Sunday, May 31, 2009

Shameless Puppy pics

Here is Puumba, in all his adorable glory

being thoughtful

I know, he's so cute it hurts. Everyone who meets him instantly falls for him. I hand out his adoption information daily as it seems we can't go anywhere without someone deciding he's the one for them. It's too bad I'm not single as this dog is the ultimate chick/dude/can't-you-imagine-the-two-of-us-raising-him-together magnet. Everybody loves Puumba, but that doesn't mean he's staying. Don't get me wrong, he's a cool dog, but we are not keeping him.

Last weekend we drove down to San Diego to meet another potential dog. On paper he was perfect, just about everything we wanted. In person he was also great, and he and Xochitl had great chemistry. But he never had a chance.

See, on the drive down Aaron and I had a long conversation and we realized our lives are complete. The huge part of me that craved another dog was simply mourning Paco, but now that time has allowed healing I can now appreciate what I do have rather than focus on what is gone. As Xochitl matures and our training continues, I realize she's all the dog I need right now, it's as simple as that.

I got home and promptly closed all the Firefox tabs I've kept open and check obsessively for the past several months: Petfinder, Craiglist, Petharbor. Like a junkie quitting cold turkey, I haven't looked back.

In the meantime, everyone around us is convinced Puumba is "the one". I post pictures and they tease how he's a dead ringer for Paco (he's not) and wonder when I'll crack under the pressure and give into the puppy cuteness. They point out what an awesome little guy he is, how nothing phases him, how he marches with such a confident stride, and his even-keeled energy and intense focus is something so rare in a pup so young.

All of this is true, but what they don't know is that my heart has already closed the possibility of adding another dog right now.

p.s. don't feel bad for Puumba, he just got an *awesome* application.

Friday, May 22, 2009

I'm not a hippie, I swear

Since marijuana is practically legal, I think it's probably okay to post this...

Not to get into the specifics, but yesterday I found myself suddenly in the possession of a free pot brownie. I'm not anti-pot by any means, but I just don't ever find myself seeking it out. However, as I stared at the delicious looking edible I went through my mental checklist for the night and found everything pointed toward "eat me":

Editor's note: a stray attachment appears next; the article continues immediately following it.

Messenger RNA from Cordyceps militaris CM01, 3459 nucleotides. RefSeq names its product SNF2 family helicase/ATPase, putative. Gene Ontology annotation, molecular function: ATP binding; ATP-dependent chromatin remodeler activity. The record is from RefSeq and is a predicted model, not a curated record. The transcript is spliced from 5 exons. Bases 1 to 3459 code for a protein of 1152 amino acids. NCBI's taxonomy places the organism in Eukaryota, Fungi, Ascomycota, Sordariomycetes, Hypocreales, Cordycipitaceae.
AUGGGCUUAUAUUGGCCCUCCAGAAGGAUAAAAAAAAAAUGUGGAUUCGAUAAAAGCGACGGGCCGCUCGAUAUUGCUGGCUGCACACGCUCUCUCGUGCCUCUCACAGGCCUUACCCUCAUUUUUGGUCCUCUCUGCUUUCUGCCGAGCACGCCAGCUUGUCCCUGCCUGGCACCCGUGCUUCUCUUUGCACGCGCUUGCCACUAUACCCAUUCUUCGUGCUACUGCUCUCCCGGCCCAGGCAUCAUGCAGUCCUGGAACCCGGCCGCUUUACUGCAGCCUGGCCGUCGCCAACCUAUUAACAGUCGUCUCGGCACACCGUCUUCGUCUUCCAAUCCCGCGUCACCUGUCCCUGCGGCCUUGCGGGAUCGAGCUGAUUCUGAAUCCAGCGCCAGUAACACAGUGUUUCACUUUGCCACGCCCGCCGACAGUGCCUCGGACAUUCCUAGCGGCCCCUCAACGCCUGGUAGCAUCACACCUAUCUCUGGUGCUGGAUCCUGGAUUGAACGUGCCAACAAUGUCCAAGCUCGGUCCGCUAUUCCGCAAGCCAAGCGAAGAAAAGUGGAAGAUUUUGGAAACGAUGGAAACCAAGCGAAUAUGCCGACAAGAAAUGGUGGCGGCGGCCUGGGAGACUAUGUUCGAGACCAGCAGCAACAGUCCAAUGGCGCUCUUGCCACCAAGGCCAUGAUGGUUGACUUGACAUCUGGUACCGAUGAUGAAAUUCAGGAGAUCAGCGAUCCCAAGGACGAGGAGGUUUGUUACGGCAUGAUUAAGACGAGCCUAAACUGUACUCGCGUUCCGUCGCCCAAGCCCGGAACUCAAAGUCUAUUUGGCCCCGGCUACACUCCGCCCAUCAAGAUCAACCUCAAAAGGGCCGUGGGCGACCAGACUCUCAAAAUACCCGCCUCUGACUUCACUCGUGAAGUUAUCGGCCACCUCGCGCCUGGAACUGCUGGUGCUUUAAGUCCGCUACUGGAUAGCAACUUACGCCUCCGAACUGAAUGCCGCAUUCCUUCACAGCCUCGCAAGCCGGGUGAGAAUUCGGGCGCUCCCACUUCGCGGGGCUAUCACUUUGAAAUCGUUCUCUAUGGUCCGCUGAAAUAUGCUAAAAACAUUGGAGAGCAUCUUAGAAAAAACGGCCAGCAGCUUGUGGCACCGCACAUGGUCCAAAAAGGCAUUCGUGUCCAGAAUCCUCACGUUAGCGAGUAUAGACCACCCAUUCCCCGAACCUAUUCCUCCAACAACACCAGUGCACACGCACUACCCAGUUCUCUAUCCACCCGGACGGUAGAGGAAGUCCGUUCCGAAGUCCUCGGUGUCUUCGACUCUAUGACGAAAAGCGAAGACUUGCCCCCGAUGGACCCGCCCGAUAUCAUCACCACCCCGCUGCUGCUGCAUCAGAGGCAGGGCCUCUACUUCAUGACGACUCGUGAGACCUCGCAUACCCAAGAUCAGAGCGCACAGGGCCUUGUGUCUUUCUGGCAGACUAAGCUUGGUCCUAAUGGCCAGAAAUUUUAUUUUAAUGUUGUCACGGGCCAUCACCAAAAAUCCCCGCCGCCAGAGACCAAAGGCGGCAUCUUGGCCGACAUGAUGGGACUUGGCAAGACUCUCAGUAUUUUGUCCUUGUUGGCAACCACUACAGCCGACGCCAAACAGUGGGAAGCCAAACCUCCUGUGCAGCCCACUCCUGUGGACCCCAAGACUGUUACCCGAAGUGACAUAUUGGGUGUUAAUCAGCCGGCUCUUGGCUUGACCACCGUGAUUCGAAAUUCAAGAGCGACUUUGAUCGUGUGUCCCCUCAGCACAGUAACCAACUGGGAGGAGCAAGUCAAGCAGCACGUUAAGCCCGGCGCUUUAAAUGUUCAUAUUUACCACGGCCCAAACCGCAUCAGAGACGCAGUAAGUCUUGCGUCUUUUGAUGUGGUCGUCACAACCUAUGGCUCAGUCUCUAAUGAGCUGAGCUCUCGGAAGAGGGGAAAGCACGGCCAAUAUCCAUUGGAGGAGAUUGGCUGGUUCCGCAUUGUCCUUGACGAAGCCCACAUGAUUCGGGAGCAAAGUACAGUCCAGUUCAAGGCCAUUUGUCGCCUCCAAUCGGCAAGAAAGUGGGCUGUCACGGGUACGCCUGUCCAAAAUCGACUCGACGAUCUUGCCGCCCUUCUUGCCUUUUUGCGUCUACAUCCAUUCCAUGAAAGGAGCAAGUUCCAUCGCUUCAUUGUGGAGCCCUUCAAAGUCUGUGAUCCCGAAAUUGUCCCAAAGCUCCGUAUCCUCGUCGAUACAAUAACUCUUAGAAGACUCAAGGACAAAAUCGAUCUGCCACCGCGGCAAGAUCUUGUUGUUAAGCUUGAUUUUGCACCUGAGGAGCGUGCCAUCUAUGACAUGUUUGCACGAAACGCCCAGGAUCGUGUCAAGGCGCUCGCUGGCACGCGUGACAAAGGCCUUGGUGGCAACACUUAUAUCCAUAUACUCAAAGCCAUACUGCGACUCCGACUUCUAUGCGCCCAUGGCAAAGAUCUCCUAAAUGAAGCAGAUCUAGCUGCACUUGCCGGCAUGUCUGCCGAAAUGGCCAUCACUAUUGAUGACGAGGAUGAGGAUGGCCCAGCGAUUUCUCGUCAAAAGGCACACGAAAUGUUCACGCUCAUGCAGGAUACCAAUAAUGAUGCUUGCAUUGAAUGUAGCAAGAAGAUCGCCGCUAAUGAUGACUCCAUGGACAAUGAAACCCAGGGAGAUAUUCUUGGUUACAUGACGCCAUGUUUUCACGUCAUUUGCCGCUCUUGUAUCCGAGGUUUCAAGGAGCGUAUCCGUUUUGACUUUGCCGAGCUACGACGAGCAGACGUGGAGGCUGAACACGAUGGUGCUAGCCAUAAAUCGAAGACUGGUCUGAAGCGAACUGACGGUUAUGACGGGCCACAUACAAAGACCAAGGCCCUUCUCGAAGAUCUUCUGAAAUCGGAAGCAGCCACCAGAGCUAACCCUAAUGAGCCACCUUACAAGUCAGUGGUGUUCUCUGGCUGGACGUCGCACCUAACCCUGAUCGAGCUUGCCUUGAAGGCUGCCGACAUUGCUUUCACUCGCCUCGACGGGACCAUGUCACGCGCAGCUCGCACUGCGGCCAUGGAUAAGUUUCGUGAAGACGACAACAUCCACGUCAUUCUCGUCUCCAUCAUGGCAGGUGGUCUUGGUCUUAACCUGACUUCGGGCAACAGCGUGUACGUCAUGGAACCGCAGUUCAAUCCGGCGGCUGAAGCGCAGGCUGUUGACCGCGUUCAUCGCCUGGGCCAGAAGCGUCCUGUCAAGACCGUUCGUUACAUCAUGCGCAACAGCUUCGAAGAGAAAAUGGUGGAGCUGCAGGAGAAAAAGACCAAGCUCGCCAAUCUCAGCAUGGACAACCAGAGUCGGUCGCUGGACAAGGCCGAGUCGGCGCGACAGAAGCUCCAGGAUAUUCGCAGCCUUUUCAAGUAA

* I had no plans for the night

* Aaron was working in Atlanta until Friday

* My neck had been killing me for two days and I could barely turn my head

* between me making a major ass out of myself (long story) and Xochitl's graduation, I'd had a stressful couple of days

* it had caramel on top!

After a big meal with Dango, I went home and went through a preparation ritual. Both the hairless wonder and the foster puppy had had plenty of exercise, so they were taken care of. I did all my chores first so I wouldn't have any reason to fixate on a messy house down the road. I tried to download a movie, Johnny Got His Gun (which I've always wanted to see ever since the Metallica video), but it didn't work so I turned on the Family Guy.

I ate the brownie and waited a while. Nothing happened, not even after an hour. I knew eating dinner would slow things down, but, at this point, I hadn't even noticed anything. A little relieved the brownie was bunk, I passed out.

A few hours later I woke up and was, for lack of a better term, tripping balls. It was then I was really glad that my original movie choice didn't work out.

As I laid there half asleep, I went through all sorts of introspection and had a few epiphanies. The following sounds pretty hippie-like but bear with me...

First, I'm scared to go back to yoga. I'm ashamed that I let my practice slide and it's been nearly a year since I've gone to a class. My body knows this and is in pain because of it. But last night I listened to my body and stretched away the back pain that's been plaguing me for two days.

The second epiphany was that I figured out how to fix a few work-related issues. I won't bore you with the details, but the bottom line is that it all comes back to me and so long as my center is grounded and happy, then those around me will reflect that. This also kinda goes back to the yoga thing.

The third thing I discovered is that I need to let go of trying to find the perfect new dog, it's actually Xochitl's decision. I realize I just want the easiest fit for all of us, and that's going to depend heavily on the chemistry between the two dogs.

So I'm going to step back, push aside my preferences, and let Xochitl do the footwork from now on. She can act as divining rod, if you will. If there's something about the chemistry I'm uncomfortable with then we'll just pass. She's a good dog with bad habits so her partner in crime needs to compliment her, not challenge her. It may take a while, but I also realize she deserves to be the focus for a bit since we're just now making progress. We're driving down south to meet another dog this weekend, so it's good that this is fresh in my mind.

The fourth epiphany is that Xdog would probably be good at yoga.

I was up pretty much all night, I'm kinda tired today because of it, but you gotta hippie out every once in a while, you know?

Wednesday, May 20, 2009

Puppytron 3000